Allan Guei, a high school basketball star from Compton has decided to donate the $40,000 dollar prize he won in a free-throw contest to the contestants he beat. Rivals High School reports:
Guei, a star player on the basketball team who is headed to Cal-State Northridge on a full scholarship, said he felt the others could use the college cash more than he could. He wanted to give his classmates a chance to make their academic dreams come true, too.
“I’ve already been blessed so much and I know we’re living with a bad economy, so I know this money can really help my classmates,” he said in a release from the school. “It was the right decision.”
The event – a foul-shooting contest for top academic students at Compton High School in Los Angeles – was created with a simple premise: Organizers wanted to show the kids at Compton how to create community spirit with college scholarship money as the incentive.
One that stunned Court Crandall, the man behind the event.
“What he has done is exceptional, just like Allan,” he said. “Like any young people, whether it’s my kids or someone else’s, you hope they are given opportunities to show what they can do. These Compton High grads have a lot of talent. They have a lot of drive, and I wish them all the best.”
Crandall, a partner at the Southern California advertising firm WDCW and a hollywood screenwriter whose credits include “Old School,” came up with the idea after watching his 16-year-old son play on a basketball team with some Compton students.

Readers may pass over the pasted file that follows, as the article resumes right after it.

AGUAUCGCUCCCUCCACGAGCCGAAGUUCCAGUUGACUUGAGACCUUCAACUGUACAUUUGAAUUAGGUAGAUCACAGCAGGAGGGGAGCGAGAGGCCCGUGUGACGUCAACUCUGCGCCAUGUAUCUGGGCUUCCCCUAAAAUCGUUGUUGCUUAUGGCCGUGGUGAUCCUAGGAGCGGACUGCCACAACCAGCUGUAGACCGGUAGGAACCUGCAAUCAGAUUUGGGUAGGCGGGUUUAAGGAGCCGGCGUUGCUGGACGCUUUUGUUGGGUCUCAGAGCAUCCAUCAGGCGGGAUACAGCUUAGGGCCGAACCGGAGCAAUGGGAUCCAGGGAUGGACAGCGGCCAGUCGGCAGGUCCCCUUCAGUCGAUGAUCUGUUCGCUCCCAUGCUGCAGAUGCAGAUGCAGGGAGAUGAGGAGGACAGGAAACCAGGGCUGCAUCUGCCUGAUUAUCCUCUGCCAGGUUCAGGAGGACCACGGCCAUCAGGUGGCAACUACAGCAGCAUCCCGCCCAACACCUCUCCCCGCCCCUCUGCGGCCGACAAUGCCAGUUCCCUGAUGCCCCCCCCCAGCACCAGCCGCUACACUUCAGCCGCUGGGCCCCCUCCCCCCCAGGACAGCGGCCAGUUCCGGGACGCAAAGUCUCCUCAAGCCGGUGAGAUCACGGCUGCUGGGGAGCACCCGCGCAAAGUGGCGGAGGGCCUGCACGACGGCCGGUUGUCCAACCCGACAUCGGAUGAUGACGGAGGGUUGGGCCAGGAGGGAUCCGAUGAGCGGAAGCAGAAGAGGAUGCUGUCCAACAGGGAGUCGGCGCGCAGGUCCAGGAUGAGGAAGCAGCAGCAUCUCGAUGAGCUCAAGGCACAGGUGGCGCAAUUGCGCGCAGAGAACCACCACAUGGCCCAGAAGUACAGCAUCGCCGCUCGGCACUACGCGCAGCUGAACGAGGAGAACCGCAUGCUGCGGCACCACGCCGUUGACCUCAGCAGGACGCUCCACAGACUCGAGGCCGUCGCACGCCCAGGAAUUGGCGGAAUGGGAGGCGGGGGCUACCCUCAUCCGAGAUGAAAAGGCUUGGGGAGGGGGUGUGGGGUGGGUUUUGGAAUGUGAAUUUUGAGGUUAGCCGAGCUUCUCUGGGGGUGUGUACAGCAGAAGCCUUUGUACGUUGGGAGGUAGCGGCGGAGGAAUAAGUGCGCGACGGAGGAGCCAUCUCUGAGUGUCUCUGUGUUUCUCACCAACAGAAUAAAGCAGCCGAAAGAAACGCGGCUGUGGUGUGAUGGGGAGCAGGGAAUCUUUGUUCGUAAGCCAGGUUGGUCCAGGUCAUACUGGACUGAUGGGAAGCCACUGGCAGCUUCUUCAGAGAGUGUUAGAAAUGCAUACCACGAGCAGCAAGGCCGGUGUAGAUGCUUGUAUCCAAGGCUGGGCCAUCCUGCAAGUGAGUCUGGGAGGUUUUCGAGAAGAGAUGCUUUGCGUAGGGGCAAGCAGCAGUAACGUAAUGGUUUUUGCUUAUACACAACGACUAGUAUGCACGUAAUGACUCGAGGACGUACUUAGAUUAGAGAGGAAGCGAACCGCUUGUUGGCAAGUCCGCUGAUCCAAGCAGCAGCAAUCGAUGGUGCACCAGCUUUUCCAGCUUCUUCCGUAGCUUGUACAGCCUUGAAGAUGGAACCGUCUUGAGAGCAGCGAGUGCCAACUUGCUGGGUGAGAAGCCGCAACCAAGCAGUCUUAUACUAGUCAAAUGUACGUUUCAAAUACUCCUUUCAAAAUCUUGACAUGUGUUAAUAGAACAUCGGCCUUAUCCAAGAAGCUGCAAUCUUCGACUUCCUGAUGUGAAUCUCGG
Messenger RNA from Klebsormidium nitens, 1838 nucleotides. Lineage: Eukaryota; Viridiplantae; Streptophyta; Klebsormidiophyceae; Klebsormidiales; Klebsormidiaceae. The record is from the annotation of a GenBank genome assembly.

Crandall felt foul shooting was something that could unite a community regardless of racial divide. He felt doing it in Compton – a community battling an image problem – could help change those attitudes, too.
“I thought the free throw is a good metaphor in a world where there’s a bunch of lines that are kind of dividing us,” Crandall said afterward. “The focus became, how do we show the world another side of Compton, that’s more positive, beyond the stereotypical guns and crime stuff.”
The only requirement for the contest is that the students must have a GPA of 3.0 and above. After receiving nearly 100 applicants, eight contestants were chosen at random. The contest was held in March.
“My hope was that what started as a competition would become a collaboration with the kids supporting each other,” Crandall told the L.A. Times. “They did, but in the end they did that to a much greater extent than I ever could have anticipated.”
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article courtesy of Newsone.com/HighSchoolRivals.com
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